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Fan Disrupts Flight Carrying Hootie And The Blowfish

Plane makes unscheduled stop after passenger allegedly harasses band and attacks group's bodyguard.

An obsessed and apparently intoxicated Hootie and the Blowfish fan caused the band's

flight to make an unscheduled stop in Denver on Thursday, after the man allegedly

attacked the group's bodyguard and several flight attendants, pestered the group for

advice and autographs and claimed to be a member of the band when asked to return to

his seat, according to police.

The passenger, Amit Singh, 19, was removed from the plane and taken to Denver Health

Medical Center for evaluation after the incident, which resulted in an unplanned stop for

American Airlines Flight 133, which had been en route from New York to Los Angeles,

Denver police said.

Police spokeswoman Detective Virginia Lopez said officers responded to a call at 6 p.m.

Thursday from the flight crew, who were complaining of an intoxicated passenger that

the captain and crew wanted removed from the aircraft.

"Officers responded to the rear of the aircraft and contacted Amit Singh, who was in his

seat, crying ... Paramedics responded to this party because he was extremely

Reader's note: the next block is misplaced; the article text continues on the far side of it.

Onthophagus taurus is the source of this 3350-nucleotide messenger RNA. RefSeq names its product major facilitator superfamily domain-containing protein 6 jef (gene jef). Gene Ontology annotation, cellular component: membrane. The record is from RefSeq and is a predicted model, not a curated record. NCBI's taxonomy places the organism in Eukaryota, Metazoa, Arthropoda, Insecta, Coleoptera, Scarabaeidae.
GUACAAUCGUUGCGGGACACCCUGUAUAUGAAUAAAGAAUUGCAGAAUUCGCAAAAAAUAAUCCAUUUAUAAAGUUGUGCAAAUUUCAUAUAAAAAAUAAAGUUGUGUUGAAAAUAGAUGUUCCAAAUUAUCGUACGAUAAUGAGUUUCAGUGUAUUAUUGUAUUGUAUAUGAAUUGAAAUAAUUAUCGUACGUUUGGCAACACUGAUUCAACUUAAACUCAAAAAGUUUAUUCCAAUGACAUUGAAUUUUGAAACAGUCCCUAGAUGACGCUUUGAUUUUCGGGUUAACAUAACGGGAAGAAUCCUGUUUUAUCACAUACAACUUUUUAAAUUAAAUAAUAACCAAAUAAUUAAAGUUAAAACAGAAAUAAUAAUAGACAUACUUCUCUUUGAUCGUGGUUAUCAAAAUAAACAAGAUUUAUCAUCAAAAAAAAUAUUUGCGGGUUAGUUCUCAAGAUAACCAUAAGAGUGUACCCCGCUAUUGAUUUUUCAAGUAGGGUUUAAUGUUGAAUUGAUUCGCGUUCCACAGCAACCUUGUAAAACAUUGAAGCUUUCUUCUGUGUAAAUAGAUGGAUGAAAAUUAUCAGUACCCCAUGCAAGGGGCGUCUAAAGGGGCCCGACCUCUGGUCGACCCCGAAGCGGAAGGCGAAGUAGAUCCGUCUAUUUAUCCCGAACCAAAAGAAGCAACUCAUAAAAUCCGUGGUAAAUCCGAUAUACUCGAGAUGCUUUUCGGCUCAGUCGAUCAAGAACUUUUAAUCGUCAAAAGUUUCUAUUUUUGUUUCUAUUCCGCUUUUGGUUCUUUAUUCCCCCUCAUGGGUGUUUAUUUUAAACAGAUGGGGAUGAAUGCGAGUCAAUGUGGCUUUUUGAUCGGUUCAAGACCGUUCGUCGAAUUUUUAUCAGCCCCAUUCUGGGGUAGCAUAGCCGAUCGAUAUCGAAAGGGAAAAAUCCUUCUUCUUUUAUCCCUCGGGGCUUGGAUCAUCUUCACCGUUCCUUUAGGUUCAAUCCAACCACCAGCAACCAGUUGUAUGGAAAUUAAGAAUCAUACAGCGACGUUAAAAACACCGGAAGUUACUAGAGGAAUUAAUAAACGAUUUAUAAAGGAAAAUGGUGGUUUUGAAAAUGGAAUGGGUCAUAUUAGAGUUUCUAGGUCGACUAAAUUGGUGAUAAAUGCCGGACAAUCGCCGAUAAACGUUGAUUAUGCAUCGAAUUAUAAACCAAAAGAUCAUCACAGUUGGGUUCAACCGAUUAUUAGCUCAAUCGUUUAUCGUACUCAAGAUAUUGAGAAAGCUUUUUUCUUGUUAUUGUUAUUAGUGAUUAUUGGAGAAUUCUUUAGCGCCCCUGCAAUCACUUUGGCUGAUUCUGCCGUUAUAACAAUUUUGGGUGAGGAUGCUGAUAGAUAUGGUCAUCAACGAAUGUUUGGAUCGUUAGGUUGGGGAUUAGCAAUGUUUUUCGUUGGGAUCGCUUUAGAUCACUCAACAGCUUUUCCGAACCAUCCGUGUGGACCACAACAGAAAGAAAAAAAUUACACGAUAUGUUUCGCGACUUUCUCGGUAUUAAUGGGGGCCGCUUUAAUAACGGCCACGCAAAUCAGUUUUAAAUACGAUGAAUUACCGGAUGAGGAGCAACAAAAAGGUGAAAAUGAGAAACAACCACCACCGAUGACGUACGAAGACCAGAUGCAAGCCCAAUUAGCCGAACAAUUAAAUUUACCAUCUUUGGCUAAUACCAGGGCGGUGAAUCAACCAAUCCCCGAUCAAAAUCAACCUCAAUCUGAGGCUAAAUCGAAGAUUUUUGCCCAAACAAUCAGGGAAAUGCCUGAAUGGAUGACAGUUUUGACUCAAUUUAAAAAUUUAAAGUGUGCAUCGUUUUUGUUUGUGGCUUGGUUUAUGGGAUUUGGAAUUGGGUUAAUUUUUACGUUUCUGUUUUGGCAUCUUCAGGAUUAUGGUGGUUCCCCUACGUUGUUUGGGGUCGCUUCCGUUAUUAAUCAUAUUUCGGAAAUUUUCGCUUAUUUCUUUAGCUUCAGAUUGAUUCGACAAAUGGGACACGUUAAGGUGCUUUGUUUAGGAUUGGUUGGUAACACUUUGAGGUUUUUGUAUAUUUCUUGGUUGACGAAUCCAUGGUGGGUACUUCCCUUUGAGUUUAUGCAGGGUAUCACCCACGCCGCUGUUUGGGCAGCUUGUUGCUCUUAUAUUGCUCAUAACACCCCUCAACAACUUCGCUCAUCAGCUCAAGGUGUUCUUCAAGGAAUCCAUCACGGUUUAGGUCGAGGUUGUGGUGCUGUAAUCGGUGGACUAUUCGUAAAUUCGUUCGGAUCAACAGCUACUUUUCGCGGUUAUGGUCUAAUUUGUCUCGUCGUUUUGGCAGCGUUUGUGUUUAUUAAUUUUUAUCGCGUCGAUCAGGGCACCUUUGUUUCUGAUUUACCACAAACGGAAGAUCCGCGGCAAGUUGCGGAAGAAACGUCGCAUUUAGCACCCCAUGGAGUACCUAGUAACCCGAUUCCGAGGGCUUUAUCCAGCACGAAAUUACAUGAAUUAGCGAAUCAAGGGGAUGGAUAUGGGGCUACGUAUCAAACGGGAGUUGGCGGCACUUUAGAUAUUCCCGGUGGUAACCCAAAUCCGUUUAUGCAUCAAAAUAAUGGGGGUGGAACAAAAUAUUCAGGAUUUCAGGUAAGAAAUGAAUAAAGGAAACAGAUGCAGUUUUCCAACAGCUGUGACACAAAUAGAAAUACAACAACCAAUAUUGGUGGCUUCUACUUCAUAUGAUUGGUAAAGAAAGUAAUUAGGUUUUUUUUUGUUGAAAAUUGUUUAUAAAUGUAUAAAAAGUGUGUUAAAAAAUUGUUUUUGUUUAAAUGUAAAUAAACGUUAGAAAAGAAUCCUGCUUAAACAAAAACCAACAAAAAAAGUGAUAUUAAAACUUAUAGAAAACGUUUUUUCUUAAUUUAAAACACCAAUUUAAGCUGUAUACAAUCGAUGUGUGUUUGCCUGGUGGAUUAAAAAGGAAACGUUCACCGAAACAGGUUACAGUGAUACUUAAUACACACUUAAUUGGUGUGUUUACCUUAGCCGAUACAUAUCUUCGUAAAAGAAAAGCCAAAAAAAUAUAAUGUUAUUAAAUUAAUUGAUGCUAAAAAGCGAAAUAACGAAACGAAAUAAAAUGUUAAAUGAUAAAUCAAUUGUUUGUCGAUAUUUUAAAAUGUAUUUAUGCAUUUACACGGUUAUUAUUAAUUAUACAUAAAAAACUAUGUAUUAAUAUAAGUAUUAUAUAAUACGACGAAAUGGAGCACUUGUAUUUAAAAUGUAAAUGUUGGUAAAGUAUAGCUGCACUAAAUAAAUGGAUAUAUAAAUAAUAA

intoxicated," Lopez said. "Any criminal charges will be determined by the FBI, including

possible interference with the flight crew, and the FAA [Federal Aviation Administration] will determine if civil charges will

be filed. No charges have been filed at this time."

An American Airlines spokeswoman confirmed that the flight made an unscheduled stop

in Denver but said she had no further information regarding the incident. The flight,

which was carrying 100 passengers, was delayed for about an hour, according to police.

Band manager Rusty Harmon said the scene turned ugly after Singh was removed from

the first-class section, where the band was seated, to the back of the plane. "The guy was

threatening to kill the flight crew and the pilot. It was nuts. I have to applaud the American

[Airlines] crew for how well they handled the situation," Harmon said.

"After the plane landed, we moved the band back away from the aisle and the guy was

taken off by six police officers and a paramedic," Harmon added. "The whole way, he

was kicking and screaming and trying to bite the officers. He was completely out of


Singh allegedly claimed to be a member of Hootie and the Blowfish as flight attendants

attempted to move him out of first class, Lopez said.

Singer Darius Rucker woke briefly as police were removing Singh from the plane but

didn't seem bothered by the incident, according to an Associated Press report.

"They were taking somebody out. I went back to sleep. I just wasn't really worried about

it," Rucker reportedly said.

Singh spent the night at Denver Health Medical Center, where he underwent a medical

evaluation and was discharged Friday morning (Sept. 18), according to hospital

spokeswoman Stephanie Denning. She added that Singh was not released to police


First catapulting into the spotlight with their multi-platinum debut, Cracked Rear

View (1994), which spawned such hits as "Hold My Hand" and "Only Wanna Be With

You," pop/blues/rock band Hootie and the Blowfish released their third LP, Musical

Chairs, on Tuesday.